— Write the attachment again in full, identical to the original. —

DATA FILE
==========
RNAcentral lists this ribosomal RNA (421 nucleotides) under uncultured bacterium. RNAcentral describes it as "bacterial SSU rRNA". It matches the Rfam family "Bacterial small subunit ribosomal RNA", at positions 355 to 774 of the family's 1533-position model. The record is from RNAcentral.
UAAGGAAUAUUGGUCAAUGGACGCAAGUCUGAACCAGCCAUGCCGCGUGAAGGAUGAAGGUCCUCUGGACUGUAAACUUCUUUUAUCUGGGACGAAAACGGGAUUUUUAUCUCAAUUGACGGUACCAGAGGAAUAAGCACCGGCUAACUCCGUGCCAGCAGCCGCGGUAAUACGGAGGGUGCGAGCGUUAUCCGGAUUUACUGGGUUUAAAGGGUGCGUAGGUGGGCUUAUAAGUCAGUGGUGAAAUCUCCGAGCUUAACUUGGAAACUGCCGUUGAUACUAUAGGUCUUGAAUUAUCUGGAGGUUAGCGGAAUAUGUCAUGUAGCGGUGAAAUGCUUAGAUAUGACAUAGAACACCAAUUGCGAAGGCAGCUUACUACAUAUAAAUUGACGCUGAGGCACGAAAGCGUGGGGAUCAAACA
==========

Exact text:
RNAcentral lists this ribosomal RNA (421 nucleotides) under uncultured bacterium. RNAcentral describes it as "bacterial SSU rRNA". It matches the Rfam family "Bacterial small subunit ribosomal RNA", at positions 355 to 774 of the family's 1533-position model. The record is from RNAcentral.
UAAGGAAUAUUGGUCAAUGGACGCAAGUCUGAACCAGCCAUGCCGCGUGAAGGAUGAAGGUCCUCUGGACUGUAAACUUCUUUUAUCUGGGACGAAAACGGGAUUUUUAUCUCAAUUGACGGUACCAGAGGAAUAAGCACCGGCUAACUCCGUGCCAGCAGCCGCGGUAAUACGGAGGGUGCGAGCGUUAUCCGGAUUUACUGGGUUUAAAGGGUGCGUAGGUGGGCUUAUAAGUCAGUGGUGAAAUCUCCGAGCUUAACUUGGAAACUGCCGUUGAUACUAUAGGUCUUGAAUUAUCUGGAGGUUAGCGGAAUAUGUCAUGUAGCGGUGAAAUGCUUAGAUAUGACAUAGAACACCAAUUGCGAAGGCAGCUUACUACAUAUAAAUUGACGCUGAGGCACGAAAGCGUGGGGAUCAAACA